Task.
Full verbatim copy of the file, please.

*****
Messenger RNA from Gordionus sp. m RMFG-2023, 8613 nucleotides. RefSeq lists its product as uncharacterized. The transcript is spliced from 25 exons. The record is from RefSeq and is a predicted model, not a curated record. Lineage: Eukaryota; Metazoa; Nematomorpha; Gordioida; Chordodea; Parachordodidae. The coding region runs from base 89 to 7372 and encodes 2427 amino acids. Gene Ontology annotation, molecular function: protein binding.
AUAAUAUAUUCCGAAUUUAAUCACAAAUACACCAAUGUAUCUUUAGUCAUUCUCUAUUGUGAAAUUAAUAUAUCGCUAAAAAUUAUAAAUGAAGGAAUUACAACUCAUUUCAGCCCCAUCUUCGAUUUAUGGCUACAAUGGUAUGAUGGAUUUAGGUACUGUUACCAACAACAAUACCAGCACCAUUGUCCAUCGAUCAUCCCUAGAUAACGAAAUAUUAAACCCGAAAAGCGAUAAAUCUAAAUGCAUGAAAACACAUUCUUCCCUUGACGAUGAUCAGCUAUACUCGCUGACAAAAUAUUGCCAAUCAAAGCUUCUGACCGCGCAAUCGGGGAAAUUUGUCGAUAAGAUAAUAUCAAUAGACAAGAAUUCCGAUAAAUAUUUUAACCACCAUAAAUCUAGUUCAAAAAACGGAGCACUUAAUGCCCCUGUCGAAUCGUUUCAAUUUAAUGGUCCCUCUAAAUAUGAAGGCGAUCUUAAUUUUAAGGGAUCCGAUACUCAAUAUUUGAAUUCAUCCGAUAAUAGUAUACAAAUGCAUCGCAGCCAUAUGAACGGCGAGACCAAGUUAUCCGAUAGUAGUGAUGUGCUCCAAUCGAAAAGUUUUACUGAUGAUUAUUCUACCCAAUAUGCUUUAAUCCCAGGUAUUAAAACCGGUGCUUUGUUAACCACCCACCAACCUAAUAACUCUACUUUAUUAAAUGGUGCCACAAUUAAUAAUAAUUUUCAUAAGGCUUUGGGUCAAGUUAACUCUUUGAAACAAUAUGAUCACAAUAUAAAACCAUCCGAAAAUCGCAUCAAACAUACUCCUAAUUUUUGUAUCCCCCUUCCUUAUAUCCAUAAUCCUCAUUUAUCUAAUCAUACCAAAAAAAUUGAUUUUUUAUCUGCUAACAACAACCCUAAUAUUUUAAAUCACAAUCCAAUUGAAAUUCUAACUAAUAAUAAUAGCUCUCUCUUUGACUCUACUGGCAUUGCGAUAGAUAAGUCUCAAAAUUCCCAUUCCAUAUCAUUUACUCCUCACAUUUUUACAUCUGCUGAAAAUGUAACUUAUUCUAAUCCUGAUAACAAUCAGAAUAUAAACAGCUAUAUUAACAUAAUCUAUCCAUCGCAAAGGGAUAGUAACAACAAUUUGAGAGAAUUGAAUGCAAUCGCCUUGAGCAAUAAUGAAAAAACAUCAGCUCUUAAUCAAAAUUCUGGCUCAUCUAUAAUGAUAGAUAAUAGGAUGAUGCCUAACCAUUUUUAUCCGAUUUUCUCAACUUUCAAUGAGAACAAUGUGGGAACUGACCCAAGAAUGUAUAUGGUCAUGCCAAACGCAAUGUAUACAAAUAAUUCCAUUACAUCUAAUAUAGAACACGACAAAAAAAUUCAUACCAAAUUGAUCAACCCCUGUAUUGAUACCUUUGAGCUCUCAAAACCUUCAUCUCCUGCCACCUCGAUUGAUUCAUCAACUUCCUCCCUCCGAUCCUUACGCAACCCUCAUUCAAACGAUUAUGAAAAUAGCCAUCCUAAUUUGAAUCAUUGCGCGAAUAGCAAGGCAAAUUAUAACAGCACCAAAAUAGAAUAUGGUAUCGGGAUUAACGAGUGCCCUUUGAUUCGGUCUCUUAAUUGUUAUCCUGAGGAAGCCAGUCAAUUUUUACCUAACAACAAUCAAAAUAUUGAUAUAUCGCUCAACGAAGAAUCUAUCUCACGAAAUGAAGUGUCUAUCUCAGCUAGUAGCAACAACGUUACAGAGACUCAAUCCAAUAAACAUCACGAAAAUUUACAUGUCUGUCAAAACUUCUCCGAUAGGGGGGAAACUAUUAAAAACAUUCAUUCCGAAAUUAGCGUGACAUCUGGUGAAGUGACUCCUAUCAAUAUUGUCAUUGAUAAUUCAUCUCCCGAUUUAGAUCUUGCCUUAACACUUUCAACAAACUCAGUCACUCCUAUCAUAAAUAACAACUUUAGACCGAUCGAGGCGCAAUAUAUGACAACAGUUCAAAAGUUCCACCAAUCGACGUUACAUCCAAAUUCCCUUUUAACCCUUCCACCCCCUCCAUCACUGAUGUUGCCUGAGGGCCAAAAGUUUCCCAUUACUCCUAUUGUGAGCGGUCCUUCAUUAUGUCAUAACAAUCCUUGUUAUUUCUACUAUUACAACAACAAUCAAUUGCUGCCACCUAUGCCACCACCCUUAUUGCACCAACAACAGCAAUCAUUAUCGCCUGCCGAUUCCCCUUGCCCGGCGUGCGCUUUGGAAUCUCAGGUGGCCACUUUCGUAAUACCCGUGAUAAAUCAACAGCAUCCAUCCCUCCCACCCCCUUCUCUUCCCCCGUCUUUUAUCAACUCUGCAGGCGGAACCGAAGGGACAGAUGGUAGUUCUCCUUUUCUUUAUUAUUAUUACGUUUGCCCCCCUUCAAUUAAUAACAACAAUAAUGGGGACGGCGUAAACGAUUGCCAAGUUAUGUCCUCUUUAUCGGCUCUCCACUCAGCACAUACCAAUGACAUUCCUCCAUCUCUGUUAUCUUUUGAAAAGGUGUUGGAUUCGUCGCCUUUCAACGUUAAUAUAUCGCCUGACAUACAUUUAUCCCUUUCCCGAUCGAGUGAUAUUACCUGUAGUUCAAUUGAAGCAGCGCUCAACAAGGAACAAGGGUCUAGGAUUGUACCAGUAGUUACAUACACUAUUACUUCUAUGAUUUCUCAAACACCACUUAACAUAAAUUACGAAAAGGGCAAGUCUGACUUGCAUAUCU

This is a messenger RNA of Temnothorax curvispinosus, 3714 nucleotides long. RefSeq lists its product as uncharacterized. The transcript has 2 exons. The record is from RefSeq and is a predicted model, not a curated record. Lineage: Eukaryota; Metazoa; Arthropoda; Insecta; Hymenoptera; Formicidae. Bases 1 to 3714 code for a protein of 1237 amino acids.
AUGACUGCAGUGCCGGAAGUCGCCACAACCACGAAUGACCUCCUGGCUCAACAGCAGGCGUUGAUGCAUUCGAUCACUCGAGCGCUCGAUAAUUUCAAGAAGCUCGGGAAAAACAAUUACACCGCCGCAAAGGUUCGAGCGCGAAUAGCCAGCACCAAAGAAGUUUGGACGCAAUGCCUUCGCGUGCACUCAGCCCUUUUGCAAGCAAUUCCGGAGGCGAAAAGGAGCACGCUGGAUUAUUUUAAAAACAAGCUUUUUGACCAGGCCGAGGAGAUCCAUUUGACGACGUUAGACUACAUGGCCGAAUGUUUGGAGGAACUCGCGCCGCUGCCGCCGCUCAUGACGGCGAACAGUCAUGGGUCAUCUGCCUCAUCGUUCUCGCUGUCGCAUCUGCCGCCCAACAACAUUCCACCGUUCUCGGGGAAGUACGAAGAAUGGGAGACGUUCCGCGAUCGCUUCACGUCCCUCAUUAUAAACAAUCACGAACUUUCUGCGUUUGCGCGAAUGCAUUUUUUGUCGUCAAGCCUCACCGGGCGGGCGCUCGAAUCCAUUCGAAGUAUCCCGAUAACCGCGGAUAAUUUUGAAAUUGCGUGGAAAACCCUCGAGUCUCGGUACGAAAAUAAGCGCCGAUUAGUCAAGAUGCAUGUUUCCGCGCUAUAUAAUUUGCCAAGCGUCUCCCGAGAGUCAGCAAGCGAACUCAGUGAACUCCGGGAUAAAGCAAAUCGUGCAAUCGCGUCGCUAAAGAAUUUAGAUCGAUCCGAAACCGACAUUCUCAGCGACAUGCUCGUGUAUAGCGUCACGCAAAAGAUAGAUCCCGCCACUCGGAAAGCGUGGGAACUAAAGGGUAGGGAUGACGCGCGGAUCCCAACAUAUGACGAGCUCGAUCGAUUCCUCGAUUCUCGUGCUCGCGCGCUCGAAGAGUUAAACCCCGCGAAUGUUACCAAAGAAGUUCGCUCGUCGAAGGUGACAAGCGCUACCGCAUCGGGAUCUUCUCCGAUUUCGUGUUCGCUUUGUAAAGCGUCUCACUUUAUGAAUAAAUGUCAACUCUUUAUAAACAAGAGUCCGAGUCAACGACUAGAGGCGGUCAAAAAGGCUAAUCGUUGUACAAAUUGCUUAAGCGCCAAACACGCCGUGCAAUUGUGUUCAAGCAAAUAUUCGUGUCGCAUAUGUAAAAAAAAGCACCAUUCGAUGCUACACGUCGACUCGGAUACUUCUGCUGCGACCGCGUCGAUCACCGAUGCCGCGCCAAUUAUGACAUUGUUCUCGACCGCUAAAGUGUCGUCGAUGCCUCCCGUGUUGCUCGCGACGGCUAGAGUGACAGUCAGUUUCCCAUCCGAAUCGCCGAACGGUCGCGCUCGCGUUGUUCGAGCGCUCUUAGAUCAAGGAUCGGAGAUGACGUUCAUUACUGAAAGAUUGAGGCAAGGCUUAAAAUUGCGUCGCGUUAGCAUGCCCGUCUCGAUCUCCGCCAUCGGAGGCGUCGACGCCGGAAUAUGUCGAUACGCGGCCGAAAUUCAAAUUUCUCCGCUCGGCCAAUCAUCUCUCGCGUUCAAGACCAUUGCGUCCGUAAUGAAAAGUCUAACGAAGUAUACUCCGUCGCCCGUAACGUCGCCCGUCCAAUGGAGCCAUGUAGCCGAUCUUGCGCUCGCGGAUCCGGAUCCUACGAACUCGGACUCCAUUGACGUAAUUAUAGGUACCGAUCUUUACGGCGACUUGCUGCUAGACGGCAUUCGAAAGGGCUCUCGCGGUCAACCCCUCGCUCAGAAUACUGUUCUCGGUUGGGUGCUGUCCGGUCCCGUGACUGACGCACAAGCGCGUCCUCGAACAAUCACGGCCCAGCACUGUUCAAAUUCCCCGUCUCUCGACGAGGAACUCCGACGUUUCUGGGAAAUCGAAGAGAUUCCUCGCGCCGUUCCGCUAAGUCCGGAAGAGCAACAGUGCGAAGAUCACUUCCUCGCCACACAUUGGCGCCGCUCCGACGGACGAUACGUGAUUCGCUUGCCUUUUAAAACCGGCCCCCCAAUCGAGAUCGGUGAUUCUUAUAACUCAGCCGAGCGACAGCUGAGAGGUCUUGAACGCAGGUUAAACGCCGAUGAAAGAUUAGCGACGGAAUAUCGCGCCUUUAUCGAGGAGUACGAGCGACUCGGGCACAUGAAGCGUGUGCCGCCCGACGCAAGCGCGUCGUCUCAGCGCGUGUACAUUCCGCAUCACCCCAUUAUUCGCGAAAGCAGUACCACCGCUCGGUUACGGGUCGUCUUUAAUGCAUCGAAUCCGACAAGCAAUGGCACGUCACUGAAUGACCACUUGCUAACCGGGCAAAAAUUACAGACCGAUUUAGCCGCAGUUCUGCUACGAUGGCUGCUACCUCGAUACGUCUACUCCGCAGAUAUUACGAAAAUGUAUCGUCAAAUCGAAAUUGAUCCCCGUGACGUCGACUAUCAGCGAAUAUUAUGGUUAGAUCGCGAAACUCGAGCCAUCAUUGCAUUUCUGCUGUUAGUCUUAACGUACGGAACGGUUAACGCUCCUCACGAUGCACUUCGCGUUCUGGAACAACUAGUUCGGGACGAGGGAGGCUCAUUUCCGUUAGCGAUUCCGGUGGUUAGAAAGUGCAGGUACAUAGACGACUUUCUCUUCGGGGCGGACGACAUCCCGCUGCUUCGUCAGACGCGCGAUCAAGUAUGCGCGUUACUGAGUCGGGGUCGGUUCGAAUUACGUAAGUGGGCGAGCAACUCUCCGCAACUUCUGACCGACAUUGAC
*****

Messenger RNA from Gordionus sp. m RMFG-2023, 8613 nucleotides. RefSeq lists its product as uncharacterized. The transcript is spliced from 25 exons. The record is from RefSeq and is a predicted model, not a curated record. Lineage: Eukaryota; Metazoa; Nematomorpha; Gordioida; Chordodea; Parachordodidae. The coding region runs from base 89 to 7372 and encodes 2427 amino acids. Gene Ontology annotation, molecular function: protein binding.
AUAAUAUAUUCCGAAUUUAAUCACAAAUACACCAAUGUAUCUUUAGUCAUUCUCUAUUGUGAAAUUAAUAUAUCGCUAAAAAUUAUAAAUGAAGGAAUUACAACUCAUUUCAGCCCCAUCUUCGAUUUAUGGCUACAAUGGUAUGAUGGAUUUAGGUACUGUUACCAACAACAAUACCAGCACCAUUGUCCAUCGAUCAUCCCUAGAUAACGAAAUAUUAAACCCGAAAAGCGAUAAAUCUAAAUGCAUGAAAACACAUUCUUCCCUUGACGAUGAUCAGCUAUACUCGCUGACAAAAUAUUGCCAAUCAAAGCUUCUGACCGCGCAAUCGGGGAAAUUUGUCGAUAAGAUAAUAUCAAUAGACAAGAAUUCCGAUAAAUAUUUUAACCACCAUAAAUCUAGUUCAAAAAACGGAGCACUUAAUGCCCCUGUCGAAUCGUUUCAAUUUAAUGGUCCCUCUAAAUAUGAAGGCGAUCUUAAUUUUAAGGGAUCCGAUACUCAAUAUUUGAAUUCAUCCGAUAAUAGUAUACAAAUGCAUCGCAGCCAUAUGAACGGCGAGACCAAGUUAUCCGAUAGUAGUGAUGUGCUCCAAUCGAAAAGUUUUACUGAUGAUUAUUCUACCCAAUAUGCUUUAAUCCCAGGUAUUAAAACCGGUGCUUUGUUAACCACCCACCAACCUAAUAACUCUACUUUAUUAAAUGGUGCCACAAUUAAUAAUAAUUUUCAUAAGGCUUUGGGUCAAGUUAACUCUUUGAAACAAUAUGAUCACAAUAUAAAACCAUCCGAAAAUCGCAUCAAACAUACUCCUAAUUUUUGUAUCCCCCUUCCUUAUAUCCAUAAUCCUCAUUUAUCUAAUCAUACCAAAAAAAUUGAUUUUUUAUCUGCUAACAACAACCCUAAUAUUUUAAAUCACAAUCCAAUUGAAAUUCUAACUAAUAAUAAUAGCUCUCUCUUUGACUCUACUGGCAUUGCGAUAGAUAAGUCUCAAAAUUCCCAUUCCAUAUCAUUUACUCCUCACAUUUUUACAUCUGCUGAAAAUGUAACUUAUUCUAAUCCUGAUAACAAUCAGAAUAUAAACAGCUAUAUUAACAUAAUCUAUCCAUCGCAAAGGGAUAGUAACAACAAUUUGAGAGAAUUGAAUGCAAUCGCCUUGAGCAAUAAUGAAAAAACAUCAGCUCUUAAUCAAAAUUCUGGCUCAUCUAUAAUGAUAGAUAAUAGGAUGAUGCCUAACCAUUUUUAUCCGAUUUUCUCAACUUUCAAUGAGAACAAUGUGGGAACUGACCCAAGAAUGUAUAUGGUCAUGCCAAACGCAAUGUAUACAAAUAAUUCCAUUACAUCUAAUAUAGAACACGACAAAAAAAUUCAUACCAAAUUGAUCAACCCCUGUAUUGAUACCUUUGAGCUCUCAAAACCUUCAUCUCCUGCCACCUCGAUUGAUUCAUCAACUUCCUCCCUCCGAUCCUUACGCAACCCUCAUUCAAACGAUUAUGAAAAUAGCCAUCCUAAUUUGAAUCAUUGCGCGAAUAGCAAGGCAAAUUAUAACAGCACCAAAAUAGAAUAUGGUAUCGGGAUUAACGAGUGCCCUUUGAUUCGGUCUCUUAAUUGUUAUCCUGAGGAAGCCAGUCAAUUUUUACCUAACAACAAUCAAAAUAUUGAUAUAUCGCUCAACGAAGAAUCUAUCUCACGAAAUGAAGUGUCUAUCUCAGCUAGUAGCAACAACGUUACAGAGACUCAAUCCAAUAAACAUCACGAAAAUUUACAUGUCUGUCAAAACUUCUCCGAUAGGGGGGAAACUAUUAAAAACAUUCAUUCCGAAAUUAGCGUGACAUCUGGUGAAGUGACUCCUAUCAAUAUUGUCAUUGAUAAUUCAUCUCCCGAUUUAGAUCUUGCCUUAACACUUUCAACAAACUCAGUCACUCCUAUCAUAAAUAACAACUUUAGACCGAUCGAGGCGCAAUAUAUGACAACAGUUCAAAAGUUCCACCAAUCGACGUUACAUCCAAAUUCCCUUUUAACCCUUCCACCCCCUCCAUCACUGAUGUUGCCUGAGGGCCAAAAGUUUCCCAUUACUCCUAUUGUGAGCGGUCCUUCAUUAUGUCAUAACAAUCCUUGUUAUUUCUACUAUUACAACAACAAUCAAUUGCUGCCACCUAUGCCACCACCCUUAUUGCACCAACAACAGCAAUCAUUAUCGCCUGCCGAUUCCCCUUGCCCGGCGUGCGCUUUGGAAUCUCAGGUGGCCACUUUCGUAAUACCCGUGAUAAAUCAACAGCAUCCAUCCCUCCCACCCCCUUCUCUUCCCCCGUCUUUUAUCAACUCUGCAGGCGGAACCGAAGGGACAGAUGGUAGUUCUCCUUUUCUUUAUUAUUAUUACGUUUGCCCCCCUUCAAUUAAUAACAACAAUAAUGGGGACGGCGUAAACGAUUGCCAAGUUAUGUCCUCUUUAUCGGCUCUCCACUCAGCACAUACCAAUGACAUUCCUCCAUCUCUGUUAUCUUUUGAAAAGGUGUUGGAUUCGUCGCCUUUCAACGUUAAUAUAUCGCCUGACAUACAUUUAUCCCUUUCCCGAUCGAGUGAUAUUACCUGUAGUUCAAUUGAAGCAGCGCUCAACAAGGAACAAGGGUCUAGGAUUGUACCAGUAGUUACAUACACUAUUACUUCUAUGAUUUCUCAAACACCACUUAACAUAAAUUACGAAAAGGGCAAGUCUGACUUGCAUAUCU

This is a messenger RNA of Temnothorax curvispinosus, 3714 nucleotides long. RefSeq lists its product as uncharacterized. The transcript has 2 exons. The record is from RefSeq and is a predicted model, not a curated record. Lineage: Eukaryota; Metazoa; Arthropoda; Insecta; Hymenoptera; Formicidae. Bases 1 to 3714 code for a protein of 1237 amino acids.
AUGACUGCAGUGCCGGAAGUCGCCACAACCACGAAUGACCUCCUGGCUCAACAGCAGGCGUUGAUGCAUUCGAUCACUCGAGCGCUCGAUAAUUUCAAGAAGCUCGGGAAAAACAAUUACACCGCCGCAAAGGUUCGAGCGCGAAUAGCCAGCACCAAAGAAGUUUGGACGCAAUGCCUUCGCGUGCACUCAGCCCUUUUGCAAGCAAUUCCGGAGGCGAAAAGGAGCACGCUGGAUUAUUUUAAAAACAAGCUUUUUGACCAGGCCGAGGAGAUCCAUUUGACGACGUUAGACUACAUGGCCGAAUGUUUGGAGGAACUCGCGCCGCUGCCGCCGCUCAUGACGGCGAACAGUCAUGGGUCAUCUGCCUCAUCGUUCUCGCUGUCGCAUCUGCCGCCCAACAACAUUCCACCGUUCUCGGGGAAGUACGAAGAAUGGGAGACGUUCCGCGAUCGCUUCACGUCCCUCAUUAUAAACAAUCACGAACUUUCUGCGUUUGCGCGAAUGCAUUUUUUGUCGUCAAGCCUCACCGGGCGGGCGCUCGAAUCCAUUCGAAGUAUCCCGAUAACCGCGGAUAAUUUUGAAAUUGCGUGGAAAACCCUCGAGUCUCGGUACGAAAAUAAGCGCCGAUUAGUCAAGAUGCAUGUUUCCGCGCUAUAUAAUUUGCCAAGCGUCUCCCGAGAGUCAGCAAGCGAACUCAGUGAACUCCGGGAUAAAGCAAAUCGUGCAAUCGCGUCGCUAAAGAAUUUAGAUCGAUCCGAAACCGACAUUCUCAGCGACAUGCUCGUGUAUAGCGUCACGCAAAAGAUAGAUCCCGCCACUCGGAAAGCGUGGGAACUAAAGGGUAGGGAUGACGCGCGGAUCCCAACAUAUGACGAGCUCGAUCGAUUCCUCGAUUCUCGUGCUCGCGCGCUCGAAGAGUUAAACCCCGCGAAUGUUACCAAAGAAGUUCGCUCGUCGAAGGUGACAAGCGCUACCGCAUCGGGAUCUUCUCCGAUUUCGUGUUCGCUUUGUAAAGCGUCUCACUUUAUGAAUAAAUGUCAACUCUUUAUAAACAAGAGUCCGAGUCAACGACUAGAGGCGGUCAAAAAGGCUAAUCGUUGUACAAAUUGCUUAAGCGCCAAACACGCCGUGCAAUUGUGUUCAAGCAAAUAUUCGUGUCGCAUAUGUAAAAAAAAGCACCAUUCGAUGCUACACGUCGACUCGGAUACUUCUGCUGCGACCGCGUCGAUCACCGAUGCCGCGCCAAUUAUGACAUUGUUCUCGACCGCUAAAGUGUCGUCGAUGCCUCCCGUGUUGCUCGCGACGGCUAGAGUGACAGUCAGUUUCCCAUCCGAAUCGCCGAACGGUCGCGCUCGCGUUGUUCGAGCGCUCUUAGAUCAAGGAUCGGAGAUGACGUUCAUUACUGAAAGAUUGAGGCAAGGCUUAAAAUUGCGUCGCGUUAGCAUGCCCGUCUCGAUCUCCGCCAUCGGAGGCGUCGACGCCGGAAUAUGUCGAUACGCGGCCGAAAUUCAAAUUUCUCCGCUCGGCCAAUCAUCUCUCGCGUUCAAGACCAUUGCGUCCGUAAUGAAAAGUCUAACGAAGUAUACUCCGUCGCCCGUAACGUCGCCCGUCCAAUGGAGCCAUGUAGCCGAUCUUGCGCUCGCGGAUCCGGAUCCUACGAACUCGGACUCCAUUGACGUAAUUAUAGGUACCGAUCUUUACGGCGACUUGCUGCUAGACGGCAUUCGAAAGGGCUCUCGCGGUCAACCCCUCGCUCAGAAUACUGUUCUCGGUUGGGUGCUGUCCGGUCCCGUGACUGACGCACAAGCGCGUCCUCGAACAAUCACGGCCCAGCACUGUUCAAAUUCCCCGUCUCUCGACGAGGAACUCCGACGUUUCUGGGAAAUCGAAGAGAUUCCUCGCGCCGUUCCGCUAAGUCCGGAAGAGCAACAGUGCGAAGAUCACUUCCUCGCCACACAUUGGCGCCGCUCCGACGGACGAUACGUGAUUCGCUUGCCUUUUAAAACCGGCCCCCCAAUCGAGAUCGGUGAUUCUUAUAACUCAGCCGAGCGACAGCUGAGAGGUCUUGAACGCAGGUUAAACGCCGAUGAAAGAUUAGCGACGGAAUAUCGCGCCUUUAUCGAGGAGUACGAGCGACUCGGGCACAUGAAGCGUGUGCCGCCCGACGCAAGCGCGUCGUCUCAGCGCGUGUACAUUCCGCAUCACCCCAUUAUUCGCGAAAGCAGUACCACCGCUCGGUUACGGGUCGUCUUUAAUGCAUCGAAUCCGACAAGCAAUGGCACGUCACUGAAUGACCACUUGCUAACCGGGCAAAAAUUACAGACCGAUUUAGCCGCAGUUCUGCUACGAUGGCUGCUACCUCGAUACGUCUACUCCGCAGAUAUUACGAAAAUGUAUCGUCAAAUCGAAAUUGAUCCCCGUGACGUCGACUAUCAGCGAAUAUUAUGGUUAGAUCGCGAAACUCGAGCCAUCAUUGCAUUUCUGCUGUUAGUCUUAACGUACGGAACGGUUAACGCUCCUCACGAUGCACUUCGCGUUCUGGAACAACUAGUUCGGGACGAGGGAGGCUCAUUUCCGUUAGCGAUUCCGGUGGUUAGAAAGUGCAGGUACAUAGACGACUUUCUCUUCGGGGCGGACGACAUCCCGCUGCUUCGUCAGACGCGCGAUCAAGUAUGCGCGUUACUGAGUCGGGGUCGGUUCGAAUUACGUAAGUGGGCGAGCAACUCUCCGCAACUUCUGACCGACAUUGAC